Minnesota is home to some pretty cool things -- Mall of America, Scotch Tape, Post-It Notes, Target, Caribou Coffee, the Mayo Clinic, Red Wing Boots, Lucky Charms, Vikings, North Shore, hockey, hot dish, ice fishing, Spoonbridge and Cherry, Fulton, Surly. Hear any one of those words, and anybody who knows anything will know those are all aptly synonymous with Minnesota.

Pizza, however, in any style is not typically a word synonymous with Minnesota.

Yet, a restaurant in the Twin Cities -- Red's Savoy Pizza -- is claiming to be the home of "'Sota Style Pizza Since 1965." Minnesota-style pizza, according to their website, means thin crust, square cut, "passive-aggressive sauce," loads of toppings and mountains of cheese. In an interview with the Star Tribune, president of Red's Savoy Pizza Reed Daniels said,

If your slice is shaped like a triangle, it’s not Minnesota-style pizza. If you take a bite and nothing falls onto your plate, it’s not Minnesota-style pizza.”

An applaud-able effort at making it on the pizza map, but no. Here's why:

For one, Reed's definition of "Sota Style Pizza" is a pretty broad and still un-defined umbrella. If you said Chicago-style pizza, images of a deliciously deep-dish, thick crust, saucy pizza come to mind.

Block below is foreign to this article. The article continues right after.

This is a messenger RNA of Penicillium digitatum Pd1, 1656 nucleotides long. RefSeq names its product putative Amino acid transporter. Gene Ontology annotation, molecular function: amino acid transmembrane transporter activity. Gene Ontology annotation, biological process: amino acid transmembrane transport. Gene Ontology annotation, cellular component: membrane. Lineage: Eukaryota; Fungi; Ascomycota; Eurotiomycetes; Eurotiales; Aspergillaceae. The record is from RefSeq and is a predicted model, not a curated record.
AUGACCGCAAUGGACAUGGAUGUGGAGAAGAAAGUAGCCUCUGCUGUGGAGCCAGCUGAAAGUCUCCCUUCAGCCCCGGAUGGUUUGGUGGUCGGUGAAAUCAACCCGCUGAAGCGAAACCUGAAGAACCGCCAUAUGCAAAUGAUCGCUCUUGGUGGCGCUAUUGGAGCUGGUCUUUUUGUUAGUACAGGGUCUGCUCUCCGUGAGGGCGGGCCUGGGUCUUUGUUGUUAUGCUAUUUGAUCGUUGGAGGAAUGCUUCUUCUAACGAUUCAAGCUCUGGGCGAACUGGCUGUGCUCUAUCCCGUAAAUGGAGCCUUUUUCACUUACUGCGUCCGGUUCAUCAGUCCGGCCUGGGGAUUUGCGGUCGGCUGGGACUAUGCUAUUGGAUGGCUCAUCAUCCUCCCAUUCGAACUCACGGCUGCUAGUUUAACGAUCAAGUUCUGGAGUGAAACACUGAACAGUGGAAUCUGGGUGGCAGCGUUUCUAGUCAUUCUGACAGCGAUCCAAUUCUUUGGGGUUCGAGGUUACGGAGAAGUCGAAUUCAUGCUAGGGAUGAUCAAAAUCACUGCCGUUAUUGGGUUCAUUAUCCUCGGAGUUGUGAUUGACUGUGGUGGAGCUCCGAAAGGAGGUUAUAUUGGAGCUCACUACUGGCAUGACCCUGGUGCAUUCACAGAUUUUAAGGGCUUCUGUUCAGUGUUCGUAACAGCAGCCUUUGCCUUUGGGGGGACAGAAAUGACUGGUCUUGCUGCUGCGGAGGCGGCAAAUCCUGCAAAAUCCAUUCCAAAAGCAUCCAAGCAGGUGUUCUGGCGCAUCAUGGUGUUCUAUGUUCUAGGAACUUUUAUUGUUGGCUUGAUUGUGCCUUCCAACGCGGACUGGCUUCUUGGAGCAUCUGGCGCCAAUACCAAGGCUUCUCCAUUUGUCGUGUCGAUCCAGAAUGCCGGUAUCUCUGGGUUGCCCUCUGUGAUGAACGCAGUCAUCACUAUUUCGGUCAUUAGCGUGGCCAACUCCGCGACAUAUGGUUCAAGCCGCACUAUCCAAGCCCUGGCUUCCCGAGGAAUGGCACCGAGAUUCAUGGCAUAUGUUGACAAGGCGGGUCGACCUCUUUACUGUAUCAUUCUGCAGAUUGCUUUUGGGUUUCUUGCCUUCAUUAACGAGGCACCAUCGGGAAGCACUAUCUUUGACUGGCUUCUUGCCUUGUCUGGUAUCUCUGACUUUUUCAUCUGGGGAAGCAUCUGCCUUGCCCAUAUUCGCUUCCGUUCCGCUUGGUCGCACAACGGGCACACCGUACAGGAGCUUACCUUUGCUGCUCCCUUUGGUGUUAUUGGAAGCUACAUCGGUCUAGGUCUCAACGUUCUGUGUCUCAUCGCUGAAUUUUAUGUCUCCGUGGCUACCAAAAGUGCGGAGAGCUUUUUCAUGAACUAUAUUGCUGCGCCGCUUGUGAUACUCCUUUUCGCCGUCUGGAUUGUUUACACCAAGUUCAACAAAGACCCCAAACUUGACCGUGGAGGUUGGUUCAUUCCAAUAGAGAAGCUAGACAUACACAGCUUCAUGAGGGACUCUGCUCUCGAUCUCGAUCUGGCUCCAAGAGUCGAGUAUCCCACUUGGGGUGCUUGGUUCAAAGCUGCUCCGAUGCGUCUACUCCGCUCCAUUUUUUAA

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If you said New York-style pizza, I would think of hand-tossed, thin crust pizza topped simply with sauce and mozzarella cheese and cut in slices the size of my head.

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You could even say brick oven pizza, and I'd think of small, round thin crust pizza, slightly burnt around the edges, cut in small squares and still smelling enticingly of smoke from the oven it just came out of.

But I've never heard of Minnesota-style pizza, and no images come to mind for a style that's supposedly been around for nearly 55 years.

Second, the 'Sota style of pizza -- if indeed a style -- I don't think is native to Minnesota. I've eaten pizzas just like that in my adventures around the Midwest. I could take you to small mom-and-pop Italian restaurants in Illinois, Indiana and Michigan that serve pizzas just like the one Red Savoy is claiming as its own.

All that to say, pizza fans the world wide web over are disputing the claim of Minnesota's own style of pizza...and with good reason. It's almost like claiming that "duck duck gray duck" is a thing -- unfortunately, Minnesotans are the only ones who believe it. 😅

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